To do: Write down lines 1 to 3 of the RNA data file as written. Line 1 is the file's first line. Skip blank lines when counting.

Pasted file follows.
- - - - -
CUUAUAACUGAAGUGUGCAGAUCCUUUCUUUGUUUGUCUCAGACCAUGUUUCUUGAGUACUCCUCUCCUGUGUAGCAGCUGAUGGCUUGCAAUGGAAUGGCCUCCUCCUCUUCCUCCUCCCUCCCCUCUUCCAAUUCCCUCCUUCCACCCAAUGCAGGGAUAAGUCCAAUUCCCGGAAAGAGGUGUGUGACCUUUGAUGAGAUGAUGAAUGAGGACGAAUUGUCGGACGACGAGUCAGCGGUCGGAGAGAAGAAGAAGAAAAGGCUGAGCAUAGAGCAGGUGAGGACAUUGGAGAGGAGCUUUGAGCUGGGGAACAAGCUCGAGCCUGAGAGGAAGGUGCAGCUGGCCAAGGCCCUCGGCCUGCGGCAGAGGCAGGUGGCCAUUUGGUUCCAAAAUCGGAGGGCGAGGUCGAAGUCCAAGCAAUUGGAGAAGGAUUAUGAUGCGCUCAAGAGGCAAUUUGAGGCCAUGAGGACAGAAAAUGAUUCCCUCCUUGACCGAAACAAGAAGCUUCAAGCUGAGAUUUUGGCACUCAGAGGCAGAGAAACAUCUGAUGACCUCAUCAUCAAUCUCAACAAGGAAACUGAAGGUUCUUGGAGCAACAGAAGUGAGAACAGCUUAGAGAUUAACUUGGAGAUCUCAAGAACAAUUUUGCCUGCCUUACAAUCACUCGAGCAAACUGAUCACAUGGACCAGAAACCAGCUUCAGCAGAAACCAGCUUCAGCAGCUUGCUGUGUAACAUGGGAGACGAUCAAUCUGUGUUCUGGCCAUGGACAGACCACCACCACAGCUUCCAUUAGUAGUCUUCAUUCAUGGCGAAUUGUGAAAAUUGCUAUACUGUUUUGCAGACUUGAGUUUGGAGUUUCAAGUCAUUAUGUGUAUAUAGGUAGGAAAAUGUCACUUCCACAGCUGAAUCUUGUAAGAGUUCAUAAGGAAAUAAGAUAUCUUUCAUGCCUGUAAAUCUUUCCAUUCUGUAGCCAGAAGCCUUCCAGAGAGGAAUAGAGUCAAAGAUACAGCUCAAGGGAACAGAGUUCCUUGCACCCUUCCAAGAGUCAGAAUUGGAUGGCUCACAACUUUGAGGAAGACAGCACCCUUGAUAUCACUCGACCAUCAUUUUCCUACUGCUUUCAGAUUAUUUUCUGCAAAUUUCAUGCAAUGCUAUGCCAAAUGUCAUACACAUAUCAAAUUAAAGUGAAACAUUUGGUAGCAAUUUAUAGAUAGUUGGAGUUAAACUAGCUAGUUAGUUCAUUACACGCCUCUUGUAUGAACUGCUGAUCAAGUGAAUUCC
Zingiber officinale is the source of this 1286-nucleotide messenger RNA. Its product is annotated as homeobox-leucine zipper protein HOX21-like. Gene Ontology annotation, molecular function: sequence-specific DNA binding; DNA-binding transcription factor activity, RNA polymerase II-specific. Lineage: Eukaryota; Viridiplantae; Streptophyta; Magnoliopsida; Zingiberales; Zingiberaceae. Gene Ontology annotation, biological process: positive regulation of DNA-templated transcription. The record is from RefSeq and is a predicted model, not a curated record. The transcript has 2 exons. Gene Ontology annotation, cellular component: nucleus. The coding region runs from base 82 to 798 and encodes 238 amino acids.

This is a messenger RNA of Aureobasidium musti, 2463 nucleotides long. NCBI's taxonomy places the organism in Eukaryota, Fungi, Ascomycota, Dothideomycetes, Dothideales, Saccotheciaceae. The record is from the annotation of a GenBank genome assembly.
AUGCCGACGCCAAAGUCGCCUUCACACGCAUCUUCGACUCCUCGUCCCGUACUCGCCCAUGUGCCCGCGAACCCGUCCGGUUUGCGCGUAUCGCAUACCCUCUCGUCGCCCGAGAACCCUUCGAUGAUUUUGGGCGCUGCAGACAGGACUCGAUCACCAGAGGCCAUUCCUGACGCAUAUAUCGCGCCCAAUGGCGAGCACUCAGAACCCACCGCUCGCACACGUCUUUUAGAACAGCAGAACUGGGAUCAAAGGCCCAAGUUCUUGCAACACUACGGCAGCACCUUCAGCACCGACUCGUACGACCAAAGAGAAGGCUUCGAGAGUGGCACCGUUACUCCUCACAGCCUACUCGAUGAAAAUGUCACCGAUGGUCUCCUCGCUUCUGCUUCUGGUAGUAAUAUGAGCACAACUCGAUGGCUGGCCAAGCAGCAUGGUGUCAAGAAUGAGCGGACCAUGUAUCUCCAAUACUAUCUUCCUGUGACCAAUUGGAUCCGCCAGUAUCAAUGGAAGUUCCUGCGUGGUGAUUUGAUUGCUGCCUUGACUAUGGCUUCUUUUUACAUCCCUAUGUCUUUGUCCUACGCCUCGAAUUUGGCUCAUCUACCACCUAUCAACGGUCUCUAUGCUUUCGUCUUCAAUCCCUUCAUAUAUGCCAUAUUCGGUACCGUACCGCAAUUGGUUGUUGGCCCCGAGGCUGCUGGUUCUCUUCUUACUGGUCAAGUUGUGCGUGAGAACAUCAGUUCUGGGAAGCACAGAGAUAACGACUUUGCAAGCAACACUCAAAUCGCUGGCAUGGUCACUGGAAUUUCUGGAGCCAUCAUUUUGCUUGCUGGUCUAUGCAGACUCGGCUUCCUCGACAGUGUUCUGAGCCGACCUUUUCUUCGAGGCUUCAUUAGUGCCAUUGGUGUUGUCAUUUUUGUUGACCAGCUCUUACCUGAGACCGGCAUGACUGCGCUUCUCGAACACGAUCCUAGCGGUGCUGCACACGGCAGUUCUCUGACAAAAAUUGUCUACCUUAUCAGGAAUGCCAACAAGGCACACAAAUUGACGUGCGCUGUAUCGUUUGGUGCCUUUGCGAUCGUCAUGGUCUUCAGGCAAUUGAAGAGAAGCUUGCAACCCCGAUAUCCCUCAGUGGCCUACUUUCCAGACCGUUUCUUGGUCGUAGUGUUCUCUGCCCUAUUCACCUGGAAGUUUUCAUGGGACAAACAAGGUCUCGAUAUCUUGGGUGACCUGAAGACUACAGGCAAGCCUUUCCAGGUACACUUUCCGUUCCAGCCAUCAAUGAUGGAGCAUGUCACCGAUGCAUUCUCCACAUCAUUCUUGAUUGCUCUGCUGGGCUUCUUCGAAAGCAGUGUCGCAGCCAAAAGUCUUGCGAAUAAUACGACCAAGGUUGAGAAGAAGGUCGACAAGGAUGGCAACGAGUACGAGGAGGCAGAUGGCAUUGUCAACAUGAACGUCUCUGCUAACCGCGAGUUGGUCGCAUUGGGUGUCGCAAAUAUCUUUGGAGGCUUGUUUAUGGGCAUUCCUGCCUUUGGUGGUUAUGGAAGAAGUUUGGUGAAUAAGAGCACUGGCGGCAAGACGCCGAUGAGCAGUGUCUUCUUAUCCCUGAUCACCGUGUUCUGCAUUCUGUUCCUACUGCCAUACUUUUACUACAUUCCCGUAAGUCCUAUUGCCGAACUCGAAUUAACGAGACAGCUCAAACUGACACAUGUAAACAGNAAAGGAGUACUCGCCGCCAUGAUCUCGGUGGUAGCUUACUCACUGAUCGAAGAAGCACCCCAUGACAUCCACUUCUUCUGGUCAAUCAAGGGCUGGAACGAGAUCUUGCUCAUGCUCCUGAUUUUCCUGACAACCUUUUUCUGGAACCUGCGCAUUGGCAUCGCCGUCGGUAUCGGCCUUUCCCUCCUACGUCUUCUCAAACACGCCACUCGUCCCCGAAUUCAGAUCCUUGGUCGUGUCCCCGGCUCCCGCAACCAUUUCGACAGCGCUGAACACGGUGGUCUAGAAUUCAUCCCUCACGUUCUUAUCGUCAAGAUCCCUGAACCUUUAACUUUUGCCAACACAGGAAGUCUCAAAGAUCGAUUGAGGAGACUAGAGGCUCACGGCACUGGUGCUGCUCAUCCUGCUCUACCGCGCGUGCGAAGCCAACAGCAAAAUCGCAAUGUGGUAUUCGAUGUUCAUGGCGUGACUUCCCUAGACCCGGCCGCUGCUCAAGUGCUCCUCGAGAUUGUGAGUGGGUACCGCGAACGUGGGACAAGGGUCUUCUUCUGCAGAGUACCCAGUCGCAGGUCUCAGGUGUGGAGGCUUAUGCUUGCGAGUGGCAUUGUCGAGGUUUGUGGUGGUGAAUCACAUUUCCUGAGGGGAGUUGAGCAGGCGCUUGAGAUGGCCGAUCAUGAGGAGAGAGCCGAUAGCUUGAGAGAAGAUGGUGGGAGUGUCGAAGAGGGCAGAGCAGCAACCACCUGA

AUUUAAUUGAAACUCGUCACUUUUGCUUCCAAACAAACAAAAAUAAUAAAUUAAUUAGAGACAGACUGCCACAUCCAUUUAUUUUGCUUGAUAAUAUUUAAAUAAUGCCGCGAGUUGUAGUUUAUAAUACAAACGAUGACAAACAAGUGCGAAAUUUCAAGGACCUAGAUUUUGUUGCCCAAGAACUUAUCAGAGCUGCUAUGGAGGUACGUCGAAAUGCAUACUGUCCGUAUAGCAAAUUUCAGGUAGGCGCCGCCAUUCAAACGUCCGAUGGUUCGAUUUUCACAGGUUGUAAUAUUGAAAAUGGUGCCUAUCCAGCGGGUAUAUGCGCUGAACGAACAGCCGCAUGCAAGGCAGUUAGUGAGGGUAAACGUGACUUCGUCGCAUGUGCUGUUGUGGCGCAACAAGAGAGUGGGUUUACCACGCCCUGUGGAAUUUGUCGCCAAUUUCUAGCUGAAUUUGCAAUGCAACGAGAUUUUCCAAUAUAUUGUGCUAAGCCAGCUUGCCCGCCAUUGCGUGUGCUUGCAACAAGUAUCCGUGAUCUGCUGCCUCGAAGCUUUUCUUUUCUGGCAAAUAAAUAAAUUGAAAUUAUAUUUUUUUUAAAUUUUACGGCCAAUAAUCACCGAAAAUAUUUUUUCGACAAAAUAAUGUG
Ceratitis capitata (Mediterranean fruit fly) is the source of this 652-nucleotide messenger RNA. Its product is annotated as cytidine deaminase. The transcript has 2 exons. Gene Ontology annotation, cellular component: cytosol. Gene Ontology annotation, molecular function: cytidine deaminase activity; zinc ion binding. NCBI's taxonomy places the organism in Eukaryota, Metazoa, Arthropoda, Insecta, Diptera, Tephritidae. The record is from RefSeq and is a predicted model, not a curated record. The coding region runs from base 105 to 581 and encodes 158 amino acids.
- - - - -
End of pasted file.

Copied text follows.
CUUAUAACUGAAGUGUGCAGAUCCUUUCUUUGUUUGUCUCAGACCAUGUUUCUUGAGUACUCCUCUCCUGUGUAGCAGCUGAUGGCUUGCAAUGGAAUGGCCUCCUCCUCUUCCUCCUCCCUCCCCUCUUCCAAUUCCCUCCUUCCACCCAAUGCAGGGAUAAGUCCAAUUCCCGGAAAGAGGUGUGUGACCUUUGAUGAGAUGAUGAAUGAGGACGAAUUGUCGGACGACGAGUCAGCGGUCGGAGAGAAGAAGAAGAAAAGGCUGAGCAUAGAGCAGGUGAGGACAUUGGAGAGGAGCUUUGAGCUGGGGAACAAGCUCGAGCCUGAGAGGAAGGUGCAGCUGGCCAAGGCCCUCGGCCUGCGGCAGAGGCAGGUGGCCAUUUGGUUCCAAAAUCGGAGGGCGAGGUCGAAGUCCAAGCAAUUGGAGAAGGAUUAUGAUGCGCUCAAGAGGCAAUUUGAGGCCAUGAGGACAGAAAAUGAUUCCCUCCUUGACCGAAACAAGAAGCUUCAAGCUGAGAUUUUGGCACUCAGAGGCAGAGAAACAUCUGAUGACCUCAUCAUCAAUCUCAACAAGGAAACUGAAGGUUCUUGGAGCAACAGAAGUGAGAACAGCUUAGAGAUUAACUUGGAGAUCUCAAGAACAAUUUUGCCUGCCUUACAAUCACUCGAGCAAACUGAUCACAUGGACCAGAAACCAGCUUCAGCAGAAACCAGCUUCAGCAGCUUGCUGUGUAACAUGGGAGACGAUCAAUCUGUGUUCUGGCCAUGGACAGACCACCACCACAGCUUCCAUUAGUAGUCUUCAUUCAUGGCGAAUUGUGAAAAUUGCUAUACUGUUUUGCAGACUUGAGUUUGGAGUUUCAAGUCAUUAUGUGUAUAUAGGUAGGAAAAUGUCACUUCCACAGCUGAAUCUUGUAAGAGUUCAUAAGGAAAUAAGAUAUCUUUCAUGCCUGUAAAUCUUUCCAUUCUGUAGCCAGAAGCCUUCCAGAGAGGAAUAGAGUCAAAGAUACAGCUCAAGGGAACAGAGUUCCUUGCACCCUUCCAAGAGUCAGAAUUGGAUGGCUCACAACUUUGAGGAAGACAGCACCCUUGAUAUCACUCGACCAUCAUUUUCCUACUGCUUUCAGAUUAUUUUCUGCAAAUUUCAUGCAAUGCUAUGCCAAAUGUCAUACACAUAUCAAAUUAAAGUGAAACAUUUGGUAGCAAUUUAUAGAUAGUUGGAGUUAAACUAGCUAGUUAGUUCAUUACACGCCUCUUGUAUGAACUGCUGAUCAAGUGAAUUCC
Zingiber officinale is the source of this 1286-nucleotide messenger RNA. Its product is annotated as homeobox-leucine zipper protein HOX21-like. Gene Ontology annotation, molecular function: sequence-specific DNA binding; DNA-binding transcription factor activity, RNA polymerase II-specific. Lineage: Eukaryota; Viridiplantae; Streptophyta; Magnoliopsida; Zingiberales; Zingiberaceae. Gene Ontology annotation, biological process: positive regulation of DNA-templated transcription. The record is from RefSeq and is a predicted model, not a curated record. The transcript has 2 exons. Gene Ontology annotation, cellular component: nucleus. The coding region runs from base 82 to 798 and encodes 238 amino acids.

This is a messenger RNA of Aureobasidium musti, 2463 nucleotides long. NCBI's taxonomy places the organism in Eukaryota, Fungi, Ascomycota, Dothideomycetes, Dothideales, Saccotheciaceae. The record is from the annotation of a GenBank genome assembly.